By then, the president was well into his own battle with then-Special Counsel Robert Mueller and former FBI Director James Comey.
“This same cast of characters that did this to my family are out there trying to do it to the president,” Patti Blagojevich told the Chicago Sun-Times in a phone interview in April 2018. She linked Mueller and Comey to her husband through former U.S. Attorney Patrick Fitzgerald, who prosecuted Blagojevich and went on to serve as Comey’s lawyer in private practice.
Blagojevich’s fortunes turned much brighter in May 2018 when, on Air Force One, Trump told reporters he might spring Blagojevich, who he said went to jail “for being stupid.”
Blagojevich’s legal team then filed a new, formal, request for a commutation — a move that would not absolve the former politician but would reduce his time in prison.
Trump has repeatedly erred when he said Blagojevich was sentenced to 18 years or so. Zagel gave Blagojevich 14 years, putting him on track for release in March 2024. Additionally, despite the appellate court’s decision to toss five of his convictions, prosecutors said in 2016 that Blagojevich “remains convicted of the same three charged shakedowns” for which he originally went to prison.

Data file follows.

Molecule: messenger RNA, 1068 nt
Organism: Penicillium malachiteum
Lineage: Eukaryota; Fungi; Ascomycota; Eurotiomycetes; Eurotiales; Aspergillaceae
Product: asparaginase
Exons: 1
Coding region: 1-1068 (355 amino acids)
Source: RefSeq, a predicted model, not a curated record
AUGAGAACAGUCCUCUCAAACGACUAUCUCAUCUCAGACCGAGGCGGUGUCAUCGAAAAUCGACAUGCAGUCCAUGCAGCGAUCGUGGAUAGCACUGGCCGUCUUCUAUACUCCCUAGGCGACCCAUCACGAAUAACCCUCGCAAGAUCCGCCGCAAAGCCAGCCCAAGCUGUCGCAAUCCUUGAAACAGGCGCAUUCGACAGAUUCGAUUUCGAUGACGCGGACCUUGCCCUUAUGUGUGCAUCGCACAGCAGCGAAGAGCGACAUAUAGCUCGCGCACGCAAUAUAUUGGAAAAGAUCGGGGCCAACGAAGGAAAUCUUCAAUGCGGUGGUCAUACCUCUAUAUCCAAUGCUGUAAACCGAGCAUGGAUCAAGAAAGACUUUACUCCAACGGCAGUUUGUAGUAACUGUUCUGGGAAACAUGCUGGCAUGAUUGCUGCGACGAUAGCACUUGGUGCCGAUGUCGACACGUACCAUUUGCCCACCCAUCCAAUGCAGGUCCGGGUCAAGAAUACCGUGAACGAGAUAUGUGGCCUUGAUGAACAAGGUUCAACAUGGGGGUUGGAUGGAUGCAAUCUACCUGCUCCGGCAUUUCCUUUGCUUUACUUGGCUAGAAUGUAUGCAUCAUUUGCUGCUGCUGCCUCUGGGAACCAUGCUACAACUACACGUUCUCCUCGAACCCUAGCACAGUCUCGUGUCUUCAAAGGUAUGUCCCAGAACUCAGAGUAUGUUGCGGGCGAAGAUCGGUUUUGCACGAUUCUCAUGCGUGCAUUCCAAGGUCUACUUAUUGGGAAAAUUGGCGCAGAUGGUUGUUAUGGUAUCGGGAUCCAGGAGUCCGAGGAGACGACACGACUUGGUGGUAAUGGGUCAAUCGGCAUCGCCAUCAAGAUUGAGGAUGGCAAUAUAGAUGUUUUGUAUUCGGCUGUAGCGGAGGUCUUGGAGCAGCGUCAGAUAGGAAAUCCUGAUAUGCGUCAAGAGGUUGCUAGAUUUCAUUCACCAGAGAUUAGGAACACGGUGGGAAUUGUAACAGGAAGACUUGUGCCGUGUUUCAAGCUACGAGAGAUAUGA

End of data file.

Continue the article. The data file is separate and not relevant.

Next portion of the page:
Those include his attempt to sell then-President-elect Barack Obama’s U.S. Senate seat, to extort the CEO of Children’s Memorial Hospital for $25,000 in campaign contributions and to hold up a bill to benefit the racetrack industry for $100,000 in campaign contributions.
Blagojevich was also caught on tape making the notorious comment, referring to the Senate seat, “I’ve got this thing and it’s f---ing golden.”
Seven Republican House members from Illinois in 2018 urged the president not to commute Blagojevich’s sentence.Rep. Darin LaHood, who organized the letter, asked Trump to “give thoughtful attention to our fear that granting clemency for the former governor would set a detrimental precedent and send a damaging message on your efforts to root out public corruption in our government.”
His appearance by video at his re-sentencing also confirmed, once and for all, that his black hair had gone snow white in prison.
Blagojevich spoke then about reconciliation, telling the judge that “holding onto the anger was no good.” He talked remorsefully about his legacy, saying he winces every time he hears his name alongside the word “corruption” because of the damage the tag has brought to his family.
And, he said, “I made mistakes.”
“I regret those mistakes and those judgments,” Blagojevich said at the time. “And I’m sorry, your honor. I wish I could find a way to turn the clock back and make different choices. But that is not possible.”